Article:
I guess the nicest thing I can say about him was that he certainly wasn’t finished in the first round. Not for lack of trying on the part of fighter A, mind you. Fighter A beat the living hell out of this guy for as long as I can remember, somewhere in round two I found nature calling with a vengeance and upon returning to my glorious sofa, two new half naked dudes were throwing them bungalows. It didn’t matter, I was hooked on what I essentially though of as a freak show. I managed to find it again on various weekend nights and watched as much as I could, traditionally with vodka. I was fascinated by the ground game, always anticipating a brutal knock out and I even found certain elements hilarious. The cage announcer Mark Aplin[6] never introduced a fighter without making a mistake, statistically you would think he would get at least one right, but he never did. It was misplaced genius comedy. I would later come to remember him as sort of an anti-Buffer[7]. No make up either. I think he’s dead now.

I began to follow certain fighters. There was no doubt who my favourite was–one reverse elbow into Tony Fryklund’s[8] face and Anderson Silva was my new hero. He inspired me enough to Google him, and three letters seemed to be very prominent in the results: UFC.

By now the forgetful year of 2009 was slowly but surely giving way to the warm breeze and misplaced promise of a better 2010. I had watched all of the Anderson Silva fights youtube had to offer and was cautiously exploring the world of UFC. One thing initially put me off, it wasn’t the America-ness of it all, the ridiculous hype train roaring behind each and every fight. It wasn’t even the fear factor guy going ape shit. Oddly enough it was the production value, it was too clean, Buffer never even made a mistake and no one was fighting “ghetto style.”

It almost seemed as if these fights were fair and even. It would take an adjustment period. If I could pick one fight that was probably the turning point it would have to be UFC 107[9], B.J. Penn[10] vs.  Diego Sanchez[11]. When I witnessed that crazy little Hawaiian fuck open up a titanic gash the size of a small country on “The Nightmare’s” face[12], I was hooked.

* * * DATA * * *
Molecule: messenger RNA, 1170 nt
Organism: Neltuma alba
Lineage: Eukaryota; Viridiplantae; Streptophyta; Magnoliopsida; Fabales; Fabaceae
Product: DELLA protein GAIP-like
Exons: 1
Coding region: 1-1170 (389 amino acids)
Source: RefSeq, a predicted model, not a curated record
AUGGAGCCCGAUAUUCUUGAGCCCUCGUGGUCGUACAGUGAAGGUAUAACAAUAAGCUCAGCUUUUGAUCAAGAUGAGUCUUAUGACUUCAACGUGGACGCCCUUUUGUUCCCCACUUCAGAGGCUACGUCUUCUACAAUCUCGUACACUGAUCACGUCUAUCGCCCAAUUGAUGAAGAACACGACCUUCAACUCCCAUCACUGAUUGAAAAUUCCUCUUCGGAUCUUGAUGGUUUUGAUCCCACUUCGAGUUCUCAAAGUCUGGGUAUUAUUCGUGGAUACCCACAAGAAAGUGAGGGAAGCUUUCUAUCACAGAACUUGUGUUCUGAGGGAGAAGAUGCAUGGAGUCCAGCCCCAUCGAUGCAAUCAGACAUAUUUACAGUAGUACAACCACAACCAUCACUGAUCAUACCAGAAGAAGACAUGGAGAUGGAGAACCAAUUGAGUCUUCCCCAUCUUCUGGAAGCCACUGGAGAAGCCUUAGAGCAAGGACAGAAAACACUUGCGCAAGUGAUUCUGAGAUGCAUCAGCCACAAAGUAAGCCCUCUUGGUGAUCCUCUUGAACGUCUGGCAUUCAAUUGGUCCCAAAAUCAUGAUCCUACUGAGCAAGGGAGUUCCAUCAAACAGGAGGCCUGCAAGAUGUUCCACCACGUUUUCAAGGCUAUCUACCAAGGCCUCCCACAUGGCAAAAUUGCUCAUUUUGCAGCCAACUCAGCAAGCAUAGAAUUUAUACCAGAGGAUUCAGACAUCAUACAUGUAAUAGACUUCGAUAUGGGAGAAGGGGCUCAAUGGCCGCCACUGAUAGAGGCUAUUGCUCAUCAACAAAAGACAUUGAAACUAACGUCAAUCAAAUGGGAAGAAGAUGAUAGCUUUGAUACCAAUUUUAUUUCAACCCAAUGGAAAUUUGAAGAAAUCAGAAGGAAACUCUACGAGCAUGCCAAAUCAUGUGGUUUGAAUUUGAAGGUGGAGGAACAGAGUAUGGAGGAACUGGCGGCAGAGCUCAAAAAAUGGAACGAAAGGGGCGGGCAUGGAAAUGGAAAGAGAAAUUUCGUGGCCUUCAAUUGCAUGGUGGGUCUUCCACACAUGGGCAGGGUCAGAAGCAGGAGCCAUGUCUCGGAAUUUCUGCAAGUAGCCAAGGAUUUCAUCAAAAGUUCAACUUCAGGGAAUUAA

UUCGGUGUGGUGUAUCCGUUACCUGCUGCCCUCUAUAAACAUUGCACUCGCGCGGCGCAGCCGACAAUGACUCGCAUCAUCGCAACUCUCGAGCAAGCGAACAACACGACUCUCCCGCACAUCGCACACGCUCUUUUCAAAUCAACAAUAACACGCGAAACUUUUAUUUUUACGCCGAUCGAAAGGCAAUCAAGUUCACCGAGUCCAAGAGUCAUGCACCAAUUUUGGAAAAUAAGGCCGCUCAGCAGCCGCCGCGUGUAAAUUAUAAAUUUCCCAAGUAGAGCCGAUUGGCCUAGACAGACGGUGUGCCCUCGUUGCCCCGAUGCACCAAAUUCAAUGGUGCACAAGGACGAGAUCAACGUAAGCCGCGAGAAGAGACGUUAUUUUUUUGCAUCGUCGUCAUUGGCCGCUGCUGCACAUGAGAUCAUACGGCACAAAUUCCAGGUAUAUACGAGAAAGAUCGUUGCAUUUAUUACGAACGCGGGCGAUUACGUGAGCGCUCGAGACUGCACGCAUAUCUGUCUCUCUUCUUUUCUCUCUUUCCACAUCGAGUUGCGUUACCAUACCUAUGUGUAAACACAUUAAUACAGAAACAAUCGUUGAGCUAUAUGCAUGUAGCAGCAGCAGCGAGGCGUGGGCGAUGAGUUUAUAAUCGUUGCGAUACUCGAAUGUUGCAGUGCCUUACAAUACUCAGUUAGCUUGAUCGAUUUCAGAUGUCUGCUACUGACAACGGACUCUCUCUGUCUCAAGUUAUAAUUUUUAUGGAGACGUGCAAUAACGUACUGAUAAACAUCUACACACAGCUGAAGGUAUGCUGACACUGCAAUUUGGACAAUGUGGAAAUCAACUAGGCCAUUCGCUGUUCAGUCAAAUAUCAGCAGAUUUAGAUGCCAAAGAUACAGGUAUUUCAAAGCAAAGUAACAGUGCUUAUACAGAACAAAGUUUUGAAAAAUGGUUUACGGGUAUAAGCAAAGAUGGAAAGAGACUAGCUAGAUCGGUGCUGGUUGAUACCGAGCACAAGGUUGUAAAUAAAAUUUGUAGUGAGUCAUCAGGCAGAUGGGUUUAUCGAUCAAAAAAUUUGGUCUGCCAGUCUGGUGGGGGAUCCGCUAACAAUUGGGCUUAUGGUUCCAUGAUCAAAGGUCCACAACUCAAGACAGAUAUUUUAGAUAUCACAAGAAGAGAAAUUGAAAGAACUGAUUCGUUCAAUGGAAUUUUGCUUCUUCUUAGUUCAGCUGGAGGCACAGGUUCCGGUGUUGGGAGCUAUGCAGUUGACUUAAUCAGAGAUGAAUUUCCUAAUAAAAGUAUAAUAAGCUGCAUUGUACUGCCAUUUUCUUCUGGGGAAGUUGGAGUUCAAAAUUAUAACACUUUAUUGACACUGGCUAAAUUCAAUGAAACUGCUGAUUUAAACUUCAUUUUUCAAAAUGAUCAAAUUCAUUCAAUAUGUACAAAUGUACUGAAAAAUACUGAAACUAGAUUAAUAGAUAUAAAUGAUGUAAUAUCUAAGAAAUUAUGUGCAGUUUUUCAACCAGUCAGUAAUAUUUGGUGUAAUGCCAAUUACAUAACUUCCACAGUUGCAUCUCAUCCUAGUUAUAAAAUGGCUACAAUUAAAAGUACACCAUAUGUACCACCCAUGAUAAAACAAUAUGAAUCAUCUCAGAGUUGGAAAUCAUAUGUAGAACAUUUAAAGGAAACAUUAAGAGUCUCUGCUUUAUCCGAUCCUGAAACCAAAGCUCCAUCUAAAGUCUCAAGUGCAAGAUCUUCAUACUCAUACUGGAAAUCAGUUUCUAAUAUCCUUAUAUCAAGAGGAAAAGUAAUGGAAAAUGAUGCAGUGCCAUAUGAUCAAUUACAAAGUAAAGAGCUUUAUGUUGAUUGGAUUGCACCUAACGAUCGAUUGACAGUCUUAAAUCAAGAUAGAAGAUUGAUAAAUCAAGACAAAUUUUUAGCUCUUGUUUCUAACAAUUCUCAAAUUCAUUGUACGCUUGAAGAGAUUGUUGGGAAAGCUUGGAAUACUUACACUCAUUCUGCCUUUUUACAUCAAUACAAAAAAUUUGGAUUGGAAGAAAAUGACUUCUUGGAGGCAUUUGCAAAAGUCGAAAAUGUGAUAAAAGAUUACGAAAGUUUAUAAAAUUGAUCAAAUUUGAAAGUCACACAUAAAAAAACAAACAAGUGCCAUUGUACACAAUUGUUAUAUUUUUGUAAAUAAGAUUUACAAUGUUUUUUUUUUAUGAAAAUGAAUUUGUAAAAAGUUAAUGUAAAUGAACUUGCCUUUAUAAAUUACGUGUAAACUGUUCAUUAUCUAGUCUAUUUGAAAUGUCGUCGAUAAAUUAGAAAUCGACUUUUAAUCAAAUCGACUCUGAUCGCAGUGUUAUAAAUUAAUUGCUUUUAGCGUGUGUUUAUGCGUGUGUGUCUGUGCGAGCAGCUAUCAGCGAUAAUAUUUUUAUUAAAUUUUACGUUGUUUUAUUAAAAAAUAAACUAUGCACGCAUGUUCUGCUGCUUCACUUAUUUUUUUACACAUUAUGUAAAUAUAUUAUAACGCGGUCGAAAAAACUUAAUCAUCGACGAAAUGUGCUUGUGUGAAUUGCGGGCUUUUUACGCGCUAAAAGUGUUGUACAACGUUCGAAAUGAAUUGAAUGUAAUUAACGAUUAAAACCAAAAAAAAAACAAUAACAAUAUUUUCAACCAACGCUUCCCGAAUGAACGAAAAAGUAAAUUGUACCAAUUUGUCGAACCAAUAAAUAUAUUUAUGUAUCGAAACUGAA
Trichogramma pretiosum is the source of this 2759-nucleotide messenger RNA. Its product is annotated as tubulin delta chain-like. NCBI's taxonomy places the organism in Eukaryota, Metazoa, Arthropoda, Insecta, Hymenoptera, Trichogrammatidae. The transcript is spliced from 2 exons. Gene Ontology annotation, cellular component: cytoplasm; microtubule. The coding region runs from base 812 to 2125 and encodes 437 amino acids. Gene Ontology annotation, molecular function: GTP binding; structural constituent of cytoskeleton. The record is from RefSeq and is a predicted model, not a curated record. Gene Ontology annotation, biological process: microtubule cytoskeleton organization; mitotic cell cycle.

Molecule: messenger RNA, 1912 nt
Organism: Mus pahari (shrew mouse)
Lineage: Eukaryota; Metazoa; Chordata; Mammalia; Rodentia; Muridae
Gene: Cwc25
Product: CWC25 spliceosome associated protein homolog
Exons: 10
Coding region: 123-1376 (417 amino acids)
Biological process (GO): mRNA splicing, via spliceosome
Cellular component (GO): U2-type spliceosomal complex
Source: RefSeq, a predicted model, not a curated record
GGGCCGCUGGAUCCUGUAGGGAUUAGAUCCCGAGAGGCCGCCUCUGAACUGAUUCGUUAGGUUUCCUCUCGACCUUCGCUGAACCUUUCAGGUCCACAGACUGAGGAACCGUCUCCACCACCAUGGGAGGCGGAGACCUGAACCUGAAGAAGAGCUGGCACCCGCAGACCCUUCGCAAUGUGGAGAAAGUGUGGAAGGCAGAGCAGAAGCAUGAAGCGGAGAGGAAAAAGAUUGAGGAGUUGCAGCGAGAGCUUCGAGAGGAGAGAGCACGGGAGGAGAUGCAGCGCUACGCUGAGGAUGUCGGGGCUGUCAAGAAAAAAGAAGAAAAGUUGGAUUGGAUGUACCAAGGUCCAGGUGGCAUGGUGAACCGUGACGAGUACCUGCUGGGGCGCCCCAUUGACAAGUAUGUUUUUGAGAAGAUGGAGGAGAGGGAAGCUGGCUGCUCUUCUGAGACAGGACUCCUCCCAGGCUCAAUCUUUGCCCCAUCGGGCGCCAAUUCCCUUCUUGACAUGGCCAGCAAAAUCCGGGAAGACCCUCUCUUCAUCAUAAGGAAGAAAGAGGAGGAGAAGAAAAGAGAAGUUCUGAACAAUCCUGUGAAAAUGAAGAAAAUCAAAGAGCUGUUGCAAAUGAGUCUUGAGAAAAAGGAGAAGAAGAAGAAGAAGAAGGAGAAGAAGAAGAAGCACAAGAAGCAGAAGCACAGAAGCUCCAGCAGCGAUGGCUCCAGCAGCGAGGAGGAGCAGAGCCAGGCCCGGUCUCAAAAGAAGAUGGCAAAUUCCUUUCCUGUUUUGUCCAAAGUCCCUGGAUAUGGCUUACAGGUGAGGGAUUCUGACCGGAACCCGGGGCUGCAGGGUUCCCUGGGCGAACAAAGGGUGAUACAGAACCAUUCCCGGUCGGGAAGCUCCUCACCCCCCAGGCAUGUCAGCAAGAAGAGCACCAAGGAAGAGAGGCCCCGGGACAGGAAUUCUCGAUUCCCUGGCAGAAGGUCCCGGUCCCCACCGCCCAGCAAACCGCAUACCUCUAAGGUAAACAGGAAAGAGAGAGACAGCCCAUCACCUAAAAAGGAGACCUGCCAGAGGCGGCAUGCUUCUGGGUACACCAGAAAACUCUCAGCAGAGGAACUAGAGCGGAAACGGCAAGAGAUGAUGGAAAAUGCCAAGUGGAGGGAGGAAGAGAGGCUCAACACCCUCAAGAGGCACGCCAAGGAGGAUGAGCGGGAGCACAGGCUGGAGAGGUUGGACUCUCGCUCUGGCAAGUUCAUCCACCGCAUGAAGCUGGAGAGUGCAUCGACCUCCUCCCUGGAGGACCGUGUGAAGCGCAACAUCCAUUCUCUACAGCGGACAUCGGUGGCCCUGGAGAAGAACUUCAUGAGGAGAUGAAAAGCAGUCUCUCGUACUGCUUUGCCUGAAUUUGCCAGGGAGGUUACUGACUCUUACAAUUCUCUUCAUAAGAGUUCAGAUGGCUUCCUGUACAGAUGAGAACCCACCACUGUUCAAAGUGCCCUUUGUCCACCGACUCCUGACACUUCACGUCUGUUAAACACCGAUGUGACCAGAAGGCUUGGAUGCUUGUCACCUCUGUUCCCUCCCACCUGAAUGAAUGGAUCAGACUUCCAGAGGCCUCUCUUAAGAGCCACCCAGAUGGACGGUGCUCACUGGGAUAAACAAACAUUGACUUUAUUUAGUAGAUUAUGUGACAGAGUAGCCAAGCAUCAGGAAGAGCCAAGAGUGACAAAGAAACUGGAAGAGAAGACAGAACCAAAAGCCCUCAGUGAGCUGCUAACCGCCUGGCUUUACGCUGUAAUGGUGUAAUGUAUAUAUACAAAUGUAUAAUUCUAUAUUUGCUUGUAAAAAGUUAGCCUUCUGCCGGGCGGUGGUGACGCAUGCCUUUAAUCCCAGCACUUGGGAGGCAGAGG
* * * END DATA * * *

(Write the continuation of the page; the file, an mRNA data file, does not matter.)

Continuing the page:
It was a long and slow process before I could really call myself an MMA fan or a student of the game. Things like appreciation for jiu-jitsu and fight strategy are really an acquired taste. It’s been a crazy ride ever since. I never thought of myself as the stereotypical MMA fan. After all I’m a nerd who was supposed to be watching a physics documentary on black holes. I have come to realize that we really are all nerds[13]. Well, the hard-cores are. The less said about the oft mentioned casual MMA fan the better.

I was just a young man who wanted to drink alone in peace and learn about black holes. Instead I stumbled upon another phenomenon from which I can never escape. 

Bibliography:

1. http://www.sherdog.com/organizations/Cage-Rage-232
2. https://www.youtube.com/watch?v=FOW-5V3Yd74
3. http://en.wikipedia.org/wiki/Anderson_Silva
4. http://en.wikipedia.org/wiki/Dave_Lister
5. http://buzz.bournemouth.ac.uk/history-of-british-mma/ (Daniel Welling, 2013)
6. http://www.cagewarriors.com/forums/showthread.php?42147-RIP-MC-Mark-Aplin
7. http://en.wikipedia.org/wiki/Bruce_Buffer
8. http://bleacherreport.com/articles/655855-mma-knockout-of-the-day-anderson-silva-knocks-tony-fryklunds-head-off (Sal De Rose, 2011)
9. http://en.wikipedia.org/wiki/UFC_107
10. http://en.wikipedia.org/wiki/B.J._Penn
11. http://en.wikipedia.org/wiki/Diego_Sanchez
12. http://mmajunkie.com/2009/12/ufc-107-play-by-play-and-live-results (2009)
13. http://mmajunkie.com/2012/10/fowlkes-when-it-comes-to-mma-what-do-you-really-know-and-what-does-it-matter (Ben Fowlkes, 2012

Announcing the Second ‘Annual’ White Elephant Essay Contest

cain vs bigfootWelcome to the second installment of the Co-Main Event Podcast’s sort-of annual White Elephant Essay Contest. OK, fine, there’s actually nothing annual about it, since the last time we did it was 2012, but whatever. If you’re reading this, you’re probably more interested in winning yourself a fabulous prize pack than any pesky little “details” so let’s all just be cool and forge ahead, yeah?